Clattenburg chat provides fascinating insight
The Thursday column
The eminent journalist David Walsh wrote in a recent Sunday Times column of an encounter he had with Mark Clattenburg.
The account of their meeting, at which they sat next to each other at an awards ceremony in Norway, was one of the most fascinating things I have read in a long time.
It was gripping, insightful and mildly disturbing and has changed the way I view referees and how they operate.
I has assumed Clattenburg, perhaps the world’s best referee, went out on to the pitch, blew the whistle to start the game and then judged a series of separate incidents on their merits in isolation. Not so.
I had assumed the concept of refs evening things up when they have made a mistake was a daft myth. Not so.
I had assumed the allocation of injury time was a simple task of totting up the amount of stoppages that had taken place and telling the fourth official to punch in that number to his board. Nope.
And I had hoped, albeit without any great conviction, that any dialogue that took place between referees, players and managers did not have a bearing on how decisions were made. Again, this is clearly not entirely true.
More by Bruce Millington
Clattenburg told Walsh of a time when, in the 2016 Champions League final, Real Madrid led Atletico through a goal that should have been disallowed for offside.
As the players returned to the field for the second half Atleti forward Antoine Griezmann told Clattenburg the goal should have been disallowed but added that the arbiter should not worry because the players accepted that nobody could get every decision right.
When play recommenced Atletico’s Fernando Torres was felled in an incident that would not usually result in a spot-kick, but Clattenburg gave it and admitted he probably would not have done so had he spotted the offside in the first half.
Griezmann missed the penalty and Clattenburg said he felt pleased because the penalty had restored balance and made it a better game.
He added that the best referees give decisions based on context and balance and that was why there could never be the much-demanded high levels of consistency in how decisions are made. Instead, he said the best officials “have the courage to apply the laws with empathy”.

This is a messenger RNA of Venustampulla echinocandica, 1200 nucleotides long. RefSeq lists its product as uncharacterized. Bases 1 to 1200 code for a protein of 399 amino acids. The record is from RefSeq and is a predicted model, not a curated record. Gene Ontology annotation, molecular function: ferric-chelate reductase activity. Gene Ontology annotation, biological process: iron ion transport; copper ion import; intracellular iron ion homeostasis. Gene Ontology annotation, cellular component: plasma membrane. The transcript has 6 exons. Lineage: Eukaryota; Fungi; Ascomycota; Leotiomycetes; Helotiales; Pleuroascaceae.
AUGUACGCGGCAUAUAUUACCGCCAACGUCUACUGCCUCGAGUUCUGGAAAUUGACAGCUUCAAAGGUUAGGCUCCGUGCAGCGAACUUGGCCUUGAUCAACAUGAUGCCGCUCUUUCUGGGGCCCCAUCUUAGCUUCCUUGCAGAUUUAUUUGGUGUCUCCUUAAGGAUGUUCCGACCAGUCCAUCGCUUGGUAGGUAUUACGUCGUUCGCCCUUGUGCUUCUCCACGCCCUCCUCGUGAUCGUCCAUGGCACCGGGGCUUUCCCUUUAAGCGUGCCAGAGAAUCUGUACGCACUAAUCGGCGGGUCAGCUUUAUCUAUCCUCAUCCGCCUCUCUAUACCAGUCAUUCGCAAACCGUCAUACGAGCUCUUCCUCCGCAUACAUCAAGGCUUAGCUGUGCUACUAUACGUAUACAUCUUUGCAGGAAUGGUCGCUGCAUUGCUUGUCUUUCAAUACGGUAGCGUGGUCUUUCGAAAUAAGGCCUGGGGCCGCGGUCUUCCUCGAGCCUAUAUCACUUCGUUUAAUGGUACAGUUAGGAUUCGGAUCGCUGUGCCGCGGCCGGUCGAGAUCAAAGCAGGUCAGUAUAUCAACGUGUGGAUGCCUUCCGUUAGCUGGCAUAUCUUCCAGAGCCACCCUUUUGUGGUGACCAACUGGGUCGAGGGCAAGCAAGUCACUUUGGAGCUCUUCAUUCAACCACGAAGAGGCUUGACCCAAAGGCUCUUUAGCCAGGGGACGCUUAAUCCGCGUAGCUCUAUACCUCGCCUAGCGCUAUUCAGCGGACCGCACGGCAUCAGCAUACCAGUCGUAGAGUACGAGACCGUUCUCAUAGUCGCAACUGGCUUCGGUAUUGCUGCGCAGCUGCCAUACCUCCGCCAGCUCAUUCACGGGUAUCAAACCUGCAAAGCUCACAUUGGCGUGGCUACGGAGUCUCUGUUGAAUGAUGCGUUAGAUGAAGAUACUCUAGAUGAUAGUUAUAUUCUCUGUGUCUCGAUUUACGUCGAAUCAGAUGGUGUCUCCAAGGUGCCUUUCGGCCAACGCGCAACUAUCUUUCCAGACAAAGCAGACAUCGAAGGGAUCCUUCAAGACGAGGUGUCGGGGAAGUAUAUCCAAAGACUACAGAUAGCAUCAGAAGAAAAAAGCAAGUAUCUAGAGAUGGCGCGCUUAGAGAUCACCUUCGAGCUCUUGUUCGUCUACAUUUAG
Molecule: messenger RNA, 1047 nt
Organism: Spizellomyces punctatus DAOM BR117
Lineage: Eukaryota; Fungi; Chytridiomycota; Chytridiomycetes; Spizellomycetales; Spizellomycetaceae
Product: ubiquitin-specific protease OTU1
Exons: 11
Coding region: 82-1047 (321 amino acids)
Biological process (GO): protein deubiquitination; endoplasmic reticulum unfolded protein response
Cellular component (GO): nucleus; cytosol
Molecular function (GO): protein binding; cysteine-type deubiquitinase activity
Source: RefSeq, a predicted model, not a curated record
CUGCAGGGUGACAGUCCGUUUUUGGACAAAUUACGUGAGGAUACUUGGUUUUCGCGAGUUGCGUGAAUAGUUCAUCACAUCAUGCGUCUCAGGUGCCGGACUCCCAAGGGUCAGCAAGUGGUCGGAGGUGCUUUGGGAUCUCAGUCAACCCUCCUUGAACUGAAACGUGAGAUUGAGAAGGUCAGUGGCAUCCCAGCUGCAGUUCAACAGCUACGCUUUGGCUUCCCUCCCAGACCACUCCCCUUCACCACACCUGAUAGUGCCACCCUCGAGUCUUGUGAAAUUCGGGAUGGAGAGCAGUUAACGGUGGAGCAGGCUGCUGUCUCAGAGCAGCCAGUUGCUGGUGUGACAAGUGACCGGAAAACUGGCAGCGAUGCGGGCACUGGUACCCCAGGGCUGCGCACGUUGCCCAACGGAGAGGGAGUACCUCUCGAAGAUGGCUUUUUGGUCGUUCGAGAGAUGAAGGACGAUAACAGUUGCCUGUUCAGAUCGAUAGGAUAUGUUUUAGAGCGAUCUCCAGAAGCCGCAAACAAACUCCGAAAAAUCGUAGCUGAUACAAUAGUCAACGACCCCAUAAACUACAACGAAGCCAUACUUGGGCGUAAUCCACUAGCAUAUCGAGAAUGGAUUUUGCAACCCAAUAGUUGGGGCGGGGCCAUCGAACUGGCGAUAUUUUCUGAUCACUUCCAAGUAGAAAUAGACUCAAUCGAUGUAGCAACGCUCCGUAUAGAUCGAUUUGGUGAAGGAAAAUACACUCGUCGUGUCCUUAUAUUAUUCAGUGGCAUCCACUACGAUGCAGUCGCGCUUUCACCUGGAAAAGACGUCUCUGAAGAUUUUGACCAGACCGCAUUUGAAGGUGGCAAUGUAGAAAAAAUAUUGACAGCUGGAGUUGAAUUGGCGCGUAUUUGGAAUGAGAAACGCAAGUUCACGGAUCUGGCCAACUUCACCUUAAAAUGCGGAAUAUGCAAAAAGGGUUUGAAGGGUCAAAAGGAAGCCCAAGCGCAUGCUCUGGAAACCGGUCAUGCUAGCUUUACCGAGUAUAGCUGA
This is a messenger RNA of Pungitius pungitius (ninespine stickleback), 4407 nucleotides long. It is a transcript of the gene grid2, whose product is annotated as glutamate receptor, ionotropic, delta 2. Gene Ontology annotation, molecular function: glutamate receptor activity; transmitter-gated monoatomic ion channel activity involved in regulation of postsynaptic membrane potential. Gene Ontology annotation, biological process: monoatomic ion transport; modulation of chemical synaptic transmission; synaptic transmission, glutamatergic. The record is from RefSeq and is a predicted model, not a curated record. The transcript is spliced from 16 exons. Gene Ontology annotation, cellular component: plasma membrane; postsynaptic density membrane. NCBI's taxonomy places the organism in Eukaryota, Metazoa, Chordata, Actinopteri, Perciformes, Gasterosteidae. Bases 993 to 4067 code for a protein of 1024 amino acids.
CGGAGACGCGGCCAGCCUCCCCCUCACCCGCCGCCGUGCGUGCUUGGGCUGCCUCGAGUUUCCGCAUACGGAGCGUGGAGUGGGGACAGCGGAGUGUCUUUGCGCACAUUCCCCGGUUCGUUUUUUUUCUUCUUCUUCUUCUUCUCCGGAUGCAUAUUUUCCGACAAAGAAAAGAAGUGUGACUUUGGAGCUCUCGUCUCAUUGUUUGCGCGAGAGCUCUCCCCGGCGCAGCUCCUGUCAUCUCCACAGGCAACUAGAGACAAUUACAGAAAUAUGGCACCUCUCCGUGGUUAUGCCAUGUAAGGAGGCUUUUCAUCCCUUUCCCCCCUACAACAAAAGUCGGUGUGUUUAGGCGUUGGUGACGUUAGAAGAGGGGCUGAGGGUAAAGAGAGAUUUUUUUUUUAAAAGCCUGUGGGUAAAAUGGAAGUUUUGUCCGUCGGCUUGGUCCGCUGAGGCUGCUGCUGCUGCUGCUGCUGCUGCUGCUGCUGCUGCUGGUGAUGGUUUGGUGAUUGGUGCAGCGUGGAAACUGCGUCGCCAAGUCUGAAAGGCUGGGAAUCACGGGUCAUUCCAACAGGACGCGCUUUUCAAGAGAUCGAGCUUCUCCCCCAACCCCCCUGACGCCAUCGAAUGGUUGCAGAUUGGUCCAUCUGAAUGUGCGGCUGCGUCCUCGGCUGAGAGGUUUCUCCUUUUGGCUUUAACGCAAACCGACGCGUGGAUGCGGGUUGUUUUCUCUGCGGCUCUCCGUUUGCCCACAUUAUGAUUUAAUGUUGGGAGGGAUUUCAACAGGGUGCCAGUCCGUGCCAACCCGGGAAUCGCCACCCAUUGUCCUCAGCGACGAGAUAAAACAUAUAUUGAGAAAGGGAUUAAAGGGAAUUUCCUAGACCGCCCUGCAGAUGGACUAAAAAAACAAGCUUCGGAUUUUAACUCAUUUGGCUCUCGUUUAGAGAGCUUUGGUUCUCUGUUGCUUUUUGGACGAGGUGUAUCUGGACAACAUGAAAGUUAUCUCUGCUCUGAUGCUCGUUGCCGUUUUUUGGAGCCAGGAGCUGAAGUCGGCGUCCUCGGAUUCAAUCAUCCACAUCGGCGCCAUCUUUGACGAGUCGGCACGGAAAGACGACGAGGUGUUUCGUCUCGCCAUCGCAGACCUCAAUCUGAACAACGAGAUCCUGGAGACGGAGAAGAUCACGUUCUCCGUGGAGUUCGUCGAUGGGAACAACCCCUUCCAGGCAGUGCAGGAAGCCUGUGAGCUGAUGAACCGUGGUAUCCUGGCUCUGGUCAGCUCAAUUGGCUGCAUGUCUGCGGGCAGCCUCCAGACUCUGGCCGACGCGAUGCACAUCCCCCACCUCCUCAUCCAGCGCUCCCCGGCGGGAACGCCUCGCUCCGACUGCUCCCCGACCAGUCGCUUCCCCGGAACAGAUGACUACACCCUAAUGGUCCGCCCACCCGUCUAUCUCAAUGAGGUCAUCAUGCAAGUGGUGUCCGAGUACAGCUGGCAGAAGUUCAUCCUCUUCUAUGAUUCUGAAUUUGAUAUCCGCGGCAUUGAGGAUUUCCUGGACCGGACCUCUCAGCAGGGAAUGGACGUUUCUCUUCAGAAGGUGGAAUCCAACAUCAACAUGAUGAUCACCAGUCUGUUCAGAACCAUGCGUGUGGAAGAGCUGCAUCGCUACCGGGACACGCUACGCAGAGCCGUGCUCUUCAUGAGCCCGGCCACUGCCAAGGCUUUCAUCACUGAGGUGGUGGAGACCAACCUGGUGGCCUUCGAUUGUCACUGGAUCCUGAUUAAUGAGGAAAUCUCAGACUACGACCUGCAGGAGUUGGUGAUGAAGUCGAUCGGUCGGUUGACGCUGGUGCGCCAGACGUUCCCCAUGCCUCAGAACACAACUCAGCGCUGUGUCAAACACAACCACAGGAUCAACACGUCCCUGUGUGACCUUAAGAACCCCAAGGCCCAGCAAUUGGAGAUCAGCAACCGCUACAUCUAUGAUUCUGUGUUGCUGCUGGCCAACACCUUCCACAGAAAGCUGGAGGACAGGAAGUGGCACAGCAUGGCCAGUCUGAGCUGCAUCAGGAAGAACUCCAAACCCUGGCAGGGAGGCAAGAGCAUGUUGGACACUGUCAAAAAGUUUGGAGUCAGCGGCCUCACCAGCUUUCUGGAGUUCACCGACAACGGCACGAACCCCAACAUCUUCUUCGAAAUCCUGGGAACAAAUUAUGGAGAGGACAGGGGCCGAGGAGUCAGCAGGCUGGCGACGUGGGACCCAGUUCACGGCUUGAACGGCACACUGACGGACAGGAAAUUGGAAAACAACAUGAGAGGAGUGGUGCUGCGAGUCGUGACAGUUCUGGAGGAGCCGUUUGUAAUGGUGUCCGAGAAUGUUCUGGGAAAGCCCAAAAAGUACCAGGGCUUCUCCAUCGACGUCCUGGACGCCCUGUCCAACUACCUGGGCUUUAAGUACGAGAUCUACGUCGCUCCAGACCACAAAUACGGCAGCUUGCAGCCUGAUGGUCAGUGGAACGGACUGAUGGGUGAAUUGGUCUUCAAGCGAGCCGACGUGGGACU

When I first read Walsh’s enthralling piece I was shocked to learn how blatantly incidents affected subsequent decisions. Surely each collision, contact or infringement should be judged on its merits?
I have a friend who often texts me during a match to say a team will benefit from a refereeing decision because they have been the victims of a bad one earlier in the game. “He’ll even it up,” he will say with confidence.
I had previously scorned this belief, treating it merely as the view of mug who believed in every conspiracy theory going.
But perhaps there is something in it. Presumably Clattenburg’s methods are not unique and other referees are prone to wanting to right a wrong before they deliver the three short blows of the whistle to end the action.
There was a popular saying back in the days when managers were able to accept the odd decision that went against them. “These things have a habit of evening themselves out over the course of a season,” they would offer ruefully.
It is possible, however, that they even themselves out over the course of 90 minutes, but what if suitable opportunities to compensate for errors do not present themselves during the same game?
Do some referees carry over a debt and try to repay it the next time they take charge of the team that were badly done by last time? This troubles me if true.
What also troubles me is the amount of chat between refs, players and managers. It is kind of touching that Griezmann was able to charm Clattenburg into pointing to the spot by accepting mistakes happen, but the very fact that their conversation may have influenced a decision is fundamentally disturbing.